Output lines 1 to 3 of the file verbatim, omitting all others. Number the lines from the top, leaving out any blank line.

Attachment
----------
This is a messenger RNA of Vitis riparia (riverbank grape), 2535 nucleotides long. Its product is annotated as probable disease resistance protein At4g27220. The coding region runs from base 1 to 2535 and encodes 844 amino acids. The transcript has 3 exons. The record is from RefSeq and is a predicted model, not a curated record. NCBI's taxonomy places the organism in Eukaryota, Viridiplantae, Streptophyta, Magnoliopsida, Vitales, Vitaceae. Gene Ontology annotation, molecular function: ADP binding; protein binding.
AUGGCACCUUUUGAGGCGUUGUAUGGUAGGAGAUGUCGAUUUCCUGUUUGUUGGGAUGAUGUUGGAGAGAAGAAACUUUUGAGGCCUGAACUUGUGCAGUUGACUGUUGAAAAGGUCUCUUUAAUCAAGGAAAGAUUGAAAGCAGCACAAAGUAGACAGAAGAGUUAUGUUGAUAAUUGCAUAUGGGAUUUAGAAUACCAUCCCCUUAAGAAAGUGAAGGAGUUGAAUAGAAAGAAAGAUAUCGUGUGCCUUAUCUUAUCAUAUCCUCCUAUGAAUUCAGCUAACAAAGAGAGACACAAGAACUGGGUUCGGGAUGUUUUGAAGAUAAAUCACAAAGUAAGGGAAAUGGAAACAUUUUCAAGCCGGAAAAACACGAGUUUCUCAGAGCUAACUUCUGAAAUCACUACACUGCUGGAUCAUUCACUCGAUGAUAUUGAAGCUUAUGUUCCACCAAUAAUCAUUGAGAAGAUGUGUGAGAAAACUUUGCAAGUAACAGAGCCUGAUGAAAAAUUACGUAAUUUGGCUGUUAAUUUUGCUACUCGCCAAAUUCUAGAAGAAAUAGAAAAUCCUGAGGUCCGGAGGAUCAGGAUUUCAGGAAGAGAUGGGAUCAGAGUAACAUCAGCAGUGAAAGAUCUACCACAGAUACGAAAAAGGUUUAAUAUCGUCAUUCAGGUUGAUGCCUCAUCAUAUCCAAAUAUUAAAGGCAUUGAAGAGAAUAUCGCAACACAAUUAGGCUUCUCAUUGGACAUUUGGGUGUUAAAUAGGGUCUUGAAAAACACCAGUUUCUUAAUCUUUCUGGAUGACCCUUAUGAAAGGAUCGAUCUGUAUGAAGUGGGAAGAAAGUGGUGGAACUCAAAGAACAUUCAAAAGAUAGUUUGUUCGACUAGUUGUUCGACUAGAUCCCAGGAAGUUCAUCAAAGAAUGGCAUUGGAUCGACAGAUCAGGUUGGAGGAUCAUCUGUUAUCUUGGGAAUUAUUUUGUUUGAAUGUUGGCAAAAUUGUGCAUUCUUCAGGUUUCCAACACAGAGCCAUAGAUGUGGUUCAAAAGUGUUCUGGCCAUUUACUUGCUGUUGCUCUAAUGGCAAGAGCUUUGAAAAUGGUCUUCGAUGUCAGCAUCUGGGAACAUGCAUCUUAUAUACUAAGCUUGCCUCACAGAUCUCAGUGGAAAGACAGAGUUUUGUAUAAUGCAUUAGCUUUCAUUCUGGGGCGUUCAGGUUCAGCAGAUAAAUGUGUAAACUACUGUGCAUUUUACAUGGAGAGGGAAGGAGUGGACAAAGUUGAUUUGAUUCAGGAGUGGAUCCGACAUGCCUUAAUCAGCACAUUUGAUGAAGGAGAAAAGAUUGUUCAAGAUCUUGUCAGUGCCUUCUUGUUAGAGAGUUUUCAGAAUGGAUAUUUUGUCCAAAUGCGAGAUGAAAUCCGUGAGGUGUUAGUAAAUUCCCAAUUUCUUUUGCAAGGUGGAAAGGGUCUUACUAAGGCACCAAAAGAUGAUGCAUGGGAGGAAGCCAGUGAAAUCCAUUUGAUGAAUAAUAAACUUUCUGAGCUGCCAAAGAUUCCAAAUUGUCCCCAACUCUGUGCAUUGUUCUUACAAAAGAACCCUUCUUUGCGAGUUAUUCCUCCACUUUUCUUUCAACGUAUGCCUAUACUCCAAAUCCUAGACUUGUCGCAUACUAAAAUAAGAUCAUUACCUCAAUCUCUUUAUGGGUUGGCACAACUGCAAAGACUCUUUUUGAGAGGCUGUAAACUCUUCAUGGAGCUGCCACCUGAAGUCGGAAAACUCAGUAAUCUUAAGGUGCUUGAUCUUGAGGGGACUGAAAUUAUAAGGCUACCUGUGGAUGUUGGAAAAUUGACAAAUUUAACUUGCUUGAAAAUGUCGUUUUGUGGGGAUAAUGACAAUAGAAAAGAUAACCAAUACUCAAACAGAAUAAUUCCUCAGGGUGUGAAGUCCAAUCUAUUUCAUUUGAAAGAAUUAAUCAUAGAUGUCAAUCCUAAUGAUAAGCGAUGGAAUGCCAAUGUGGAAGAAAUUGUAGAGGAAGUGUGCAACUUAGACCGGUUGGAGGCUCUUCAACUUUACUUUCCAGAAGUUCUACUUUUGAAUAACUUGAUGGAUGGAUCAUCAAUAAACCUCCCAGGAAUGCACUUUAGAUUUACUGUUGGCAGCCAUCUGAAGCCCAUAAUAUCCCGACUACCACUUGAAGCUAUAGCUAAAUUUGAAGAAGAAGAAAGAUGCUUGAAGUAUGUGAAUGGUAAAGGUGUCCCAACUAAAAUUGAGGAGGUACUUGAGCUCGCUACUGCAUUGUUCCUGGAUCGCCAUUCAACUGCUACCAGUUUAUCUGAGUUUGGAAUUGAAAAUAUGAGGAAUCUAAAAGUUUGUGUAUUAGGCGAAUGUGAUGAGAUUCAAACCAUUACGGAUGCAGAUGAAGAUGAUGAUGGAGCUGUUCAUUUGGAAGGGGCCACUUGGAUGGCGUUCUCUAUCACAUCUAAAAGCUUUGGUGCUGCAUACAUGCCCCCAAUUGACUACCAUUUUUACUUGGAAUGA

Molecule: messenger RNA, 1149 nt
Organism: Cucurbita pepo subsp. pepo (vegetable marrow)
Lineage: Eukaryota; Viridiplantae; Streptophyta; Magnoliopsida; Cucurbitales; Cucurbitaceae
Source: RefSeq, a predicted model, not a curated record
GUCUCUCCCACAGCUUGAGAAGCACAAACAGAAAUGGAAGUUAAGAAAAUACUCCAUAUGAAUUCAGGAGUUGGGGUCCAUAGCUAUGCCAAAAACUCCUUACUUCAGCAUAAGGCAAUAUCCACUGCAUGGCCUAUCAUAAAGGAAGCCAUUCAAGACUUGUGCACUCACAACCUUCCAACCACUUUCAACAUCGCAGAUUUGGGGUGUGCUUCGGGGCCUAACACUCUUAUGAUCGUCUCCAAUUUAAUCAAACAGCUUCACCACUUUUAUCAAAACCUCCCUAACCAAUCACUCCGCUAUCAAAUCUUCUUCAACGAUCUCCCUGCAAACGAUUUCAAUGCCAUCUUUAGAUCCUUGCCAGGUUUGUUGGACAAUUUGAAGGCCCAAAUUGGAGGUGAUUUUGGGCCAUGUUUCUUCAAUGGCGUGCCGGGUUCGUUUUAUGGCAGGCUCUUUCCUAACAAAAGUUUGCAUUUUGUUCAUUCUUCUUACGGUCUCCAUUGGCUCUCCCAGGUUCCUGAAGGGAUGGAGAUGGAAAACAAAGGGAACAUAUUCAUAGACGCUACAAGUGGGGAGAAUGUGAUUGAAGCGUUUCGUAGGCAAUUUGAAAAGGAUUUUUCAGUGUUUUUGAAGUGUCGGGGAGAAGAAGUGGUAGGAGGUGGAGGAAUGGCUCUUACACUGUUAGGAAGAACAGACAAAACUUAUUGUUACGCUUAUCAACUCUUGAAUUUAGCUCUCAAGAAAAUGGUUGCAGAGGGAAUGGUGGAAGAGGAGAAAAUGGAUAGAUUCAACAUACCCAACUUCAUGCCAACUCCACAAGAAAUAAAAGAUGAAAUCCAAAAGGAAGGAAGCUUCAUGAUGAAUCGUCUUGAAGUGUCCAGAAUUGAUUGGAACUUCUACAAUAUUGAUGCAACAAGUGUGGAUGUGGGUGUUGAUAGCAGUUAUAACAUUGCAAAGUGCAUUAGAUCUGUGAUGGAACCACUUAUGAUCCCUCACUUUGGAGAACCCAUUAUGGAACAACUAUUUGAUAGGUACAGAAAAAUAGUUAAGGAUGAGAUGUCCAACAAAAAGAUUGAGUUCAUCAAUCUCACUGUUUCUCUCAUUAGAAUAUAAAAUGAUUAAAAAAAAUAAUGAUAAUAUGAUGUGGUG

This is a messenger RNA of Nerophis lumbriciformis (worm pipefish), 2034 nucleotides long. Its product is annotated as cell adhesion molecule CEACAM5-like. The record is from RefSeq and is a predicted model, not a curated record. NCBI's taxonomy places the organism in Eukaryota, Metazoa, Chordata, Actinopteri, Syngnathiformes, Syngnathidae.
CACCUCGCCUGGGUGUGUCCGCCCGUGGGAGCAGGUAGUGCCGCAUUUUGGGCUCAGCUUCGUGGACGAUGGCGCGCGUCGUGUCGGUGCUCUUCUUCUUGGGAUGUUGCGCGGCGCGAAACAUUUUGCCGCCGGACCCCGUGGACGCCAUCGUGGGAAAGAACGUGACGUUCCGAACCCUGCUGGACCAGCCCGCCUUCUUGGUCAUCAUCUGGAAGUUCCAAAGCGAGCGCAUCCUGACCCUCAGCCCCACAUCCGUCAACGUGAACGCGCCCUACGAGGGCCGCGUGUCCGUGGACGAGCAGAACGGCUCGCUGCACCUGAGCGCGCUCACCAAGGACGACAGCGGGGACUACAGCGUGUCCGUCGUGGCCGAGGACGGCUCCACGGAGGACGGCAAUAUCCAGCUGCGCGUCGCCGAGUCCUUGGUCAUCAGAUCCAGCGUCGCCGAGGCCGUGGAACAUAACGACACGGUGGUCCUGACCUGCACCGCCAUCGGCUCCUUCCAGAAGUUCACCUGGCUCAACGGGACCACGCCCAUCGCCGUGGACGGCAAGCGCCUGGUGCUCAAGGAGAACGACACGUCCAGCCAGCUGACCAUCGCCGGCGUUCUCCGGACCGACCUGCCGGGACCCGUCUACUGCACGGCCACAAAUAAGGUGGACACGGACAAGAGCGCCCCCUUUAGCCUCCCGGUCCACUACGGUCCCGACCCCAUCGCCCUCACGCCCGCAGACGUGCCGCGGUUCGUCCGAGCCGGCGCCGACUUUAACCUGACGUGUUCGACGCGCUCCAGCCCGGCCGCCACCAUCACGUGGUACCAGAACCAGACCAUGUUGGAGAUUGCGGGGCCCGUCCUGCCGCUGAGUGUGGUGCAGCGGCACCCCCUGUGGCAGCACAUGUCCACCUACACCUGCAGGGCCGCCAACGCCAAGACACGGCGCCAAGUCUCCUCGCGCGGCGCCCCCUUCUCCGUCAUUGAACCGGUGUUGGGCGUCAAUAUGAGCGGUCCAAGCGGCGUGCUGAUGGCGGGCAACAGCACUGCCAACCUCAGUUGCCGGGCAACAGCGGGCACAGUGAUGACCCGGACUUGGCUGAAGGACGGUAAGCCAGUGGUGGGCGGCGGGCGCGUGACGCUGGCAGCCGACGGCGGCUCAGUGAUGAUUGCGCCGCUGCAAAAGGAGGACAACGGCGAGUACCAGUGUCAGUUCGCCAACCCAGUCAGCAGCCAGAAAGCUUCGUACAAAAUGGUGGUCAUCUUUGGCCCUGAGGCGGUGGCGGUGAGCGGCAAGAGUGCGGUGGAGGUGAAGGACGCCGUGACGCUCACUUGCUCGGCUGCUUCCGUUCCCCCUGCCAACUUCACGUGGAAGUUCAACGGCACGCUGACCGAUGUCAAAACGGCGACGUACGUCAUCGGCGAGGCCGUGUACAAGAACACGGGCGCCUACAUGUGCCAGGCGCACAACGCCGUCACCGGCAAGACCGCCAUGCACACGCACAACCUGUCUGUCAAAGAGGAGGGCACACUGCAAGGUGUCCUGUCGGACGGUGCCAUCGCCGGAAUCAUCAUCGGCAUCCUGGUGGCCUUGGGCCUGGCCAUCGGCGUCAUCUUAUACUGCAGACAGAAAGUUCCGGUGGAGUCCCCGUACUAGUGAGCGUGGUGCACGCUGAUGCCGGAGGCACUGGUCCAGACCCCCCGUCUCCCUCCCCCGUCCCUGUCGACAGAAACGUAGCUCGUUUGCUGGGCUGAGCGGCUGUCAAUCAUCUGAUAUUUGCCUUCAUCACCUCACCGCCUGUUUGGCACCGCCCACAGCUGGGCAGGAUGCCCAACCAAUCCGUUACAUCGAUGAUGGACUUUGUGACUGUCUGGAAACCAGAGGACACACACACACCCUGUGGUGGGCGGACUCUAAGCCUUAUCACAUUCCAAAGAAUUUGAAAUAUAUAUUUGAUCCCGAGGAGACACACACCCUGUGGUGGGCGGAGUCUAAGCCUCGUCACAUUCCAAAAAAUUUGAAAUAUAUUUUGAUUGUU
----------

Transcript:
This is a messenger RNA of Vitis riparia (riverbank grape), 2535 nucleotides long. Its product is annotated as probable disease resistance protein At4g27220. The coding region runs from base 1 to 2535 and encodes 844 amino acids. The transcript has 3 exons. The record is from RefSeq and is a predicted model, not a curated record. NCBI's taxonomy places the organism in Eukaryota, Viridiplantae, Streptophyta, Magnoliopsida, Vitales, Vitaceae. Gene Ontology annotation, molecular function: ADP binding; protein binding.
AUGGCACCUUUUGAGGCGUUGUAUGGUAGGAGAUGUCGAUUUCCUGUUUGUUGGGAUGAUGUUGGAGAGAAGAAACUUUUGAGGCCUGAACUUGUGCAGUUGACUGUUGAAAAGGUCUCUUUAAUCAAGGAAAGAUUGAAAGCAGCACAAAGUAGACAGAAGAGUUAUGUUGAUAAUUGCAUAUGGGAUUUAGAAUACCAUCCCCUUAAGAAAGUGAAGGAGUUGAAUAGAAAGAAAGAUAUCGUGUGCCUUAUCUUAUCAUAUCCUCCUAUGAAUUCAGCUAACAAAGAGAGACACAAGAACUGGGUUCGGGAUGUUUUGAAGAUAAAUCACAAAGUAAGGGAAAUGGAAACAUUUUCAAGCCGGAAAAACACGAGUUUCUCAGAGCUAACUUCUGAAAUCACUACACUGCUGGAUCAUUCACUCGAUGAUAUUGAAGCUUAUGUUCCACCAAUAAUCAUUGAGAAGAUGUGUGAGAAAACUUUGCAAGUAACAGAGCCUGAUGAAAAAUUACGUAAUUUGGCUGUUAAUUUUGCUACUCGCCAAAUUCUAGAAGAAAUAGAAAAUCCUGAGGUCCGGAGGAUCAGGAUUUCAGGAAGAGAUGGGAUCAGAGUAACAUCAGCAGUGAAAGAUCUACCACAGAUACGAAAAAGGUUUAAUAUCGUCAUUCAGGUUGAUGCCUCAUCAUAUCCAAAUAUUAAAGGCAUUGAAGAGAAUAUCGCAACACAAUUAGGCUUCUCAUUGGACAUUUGGGUGUUAAAUAGGGUCUUGAAAAACACCAGUUUCUUAAUCUUUCUGGAUGACCCUUAUGAAAGGAUCGAUCUGUAUGAAGUGGGAAGAAAGUGGUGGAACUCAAAGAACAUUCAAAAGAUAGUUUGUUCGACUAGUUGUUCGACUAGAUCCCAGGAAGUUCAUCAAAGAAUGGCAUUGGAUCGACAGAUCAGGUUGGAGGAUCAUCUGUUAUCUUGGGAAUUAUUUUGUUUGAAUGUUGGCAAAAUUGUGCAUUCUUCAGGUUUCCAACACAGAGCCAUAGAUGUGGUUCAAAAGUGUUCUGGCCAUUUACUUGCUGUUGCUCUAAUGGCAAGAGCUUUGAAAAUGGUCUUCGAUGUCAGCAUCUGGGAACAUGCAUCUUAUAUACUAAGCUUGCCUCACAGAUCUCAGUGGAAAGACAGAGUUUUGUAUAAUGCAUUAGCUUUCAUUCUGGGGCGUUCAGGUUCAGCAGAUAAAUGUGUAAACUACUGUGCAUUUUACAUGGAGAGGGAAGGAGUGGACAAAGUUGAUUUGAUUCAGGAGUGGAUCCGACAUGCCUUAAUCAGCACAUUUGAUGAAGGAGAAAAGAUUGUUCAAGAUCUUGUCAGUGCCUUCUUGUUAGAGAGUUUUCAGAAUGGAUAUUUUGUCCAAAUGCGAGAUGAAAUCCGUGAGGUGUUAGUAAAUUCCCAAUUUCUUUUGCAAGGUGGAAAGGGUCUUACUAAGGCACCAAAAGAUGAUGCAUGGGAGGAAGCCAGUGAAAUCCAUUUGAUGAAUAAUAAACUUUCUGAGCUGCCAAAGAUUCCAAAUUGUCCCCAACUCUGUGCAUUGUUCUUACAAAAGAACCCUUCUUUGCGAGUUAUUCCUCCACUUUUCUUUCAACGUAUGCCUAUACUCCAAAUCCUAGACUUGUCGCAUACUAAAAUAAGAUCAUUACCUCAAUCUCUUUAUGGGUUGGCACAACUGCAAAGACUCUUUUUGAGAGGCUGUAAACUCUUCAUGGAGCUGCCACCUGAAGUCGGAAAACUCAGUAAUCUUAAGGUGCUUGAUCUUGAGGGGACUGAAAUUAUAAGGCUACCUGUGGAUGUUGGAAAAUUGACAAAUUUAACUUGCUUGAAAAUGUCGUUUUGUGGGGAUAAUGACAAUAGAAAAGAUAACCAAUACUCAAACAGAAUAAUUCCUCAGGGUGUGAAGUCCAAUCUAUUUCAUUUGAAAGAAUUAAUCAUAGAUGUCAAUCCUAAUGAUAAGCGAUGGAAUGCCAAUGUGGAAGAAAUUGUAGAGGAAGUGUGCAACUUAGACCGGUUGGAGGCUCUUCAACUUUACUUUCCAGAAGUUCUACUUUUGAAUAACUUGAUGGAUGGAUCAUCAAUAAACCUCCCAGGAAUGCACUUUAGAUUUACUGUUGGCAGCCAUCUGAAGCCCAUAAUAUCCCGACUACCACUUGAAGCUAUAGCUAAAUUUGAAGAAGAAGAAAGAUGCUUGAAGUAUGUGAAUGGUAAAGGUGUCCCAACUAAAAUUGAGGAGGUACUUGAGCUCGCUACUGCAUUGUUCCUGGAUCGCCAUUCAACUGCUACCAGUUUAUCUGAGUUUGGAAUUGAAAAUAUGAGGAAUCUAAAAGUUUGUGUAUUAGGCGAAUGUGAUGAGAUUCAAACCAUUACGGAUGCAGAUGAAGAUGAUGAUGGAGCUGUUCAUUUGGAAGGGGCCACUUGGAUGGCGUUCUCUAUCACAUCUAAAAGCUUUGGUGCUGCAUACAUGCCCCCAAUUGACUACCAUUUUUACUUGGAAUGA

Molecule: messenger RNA, 1149 nt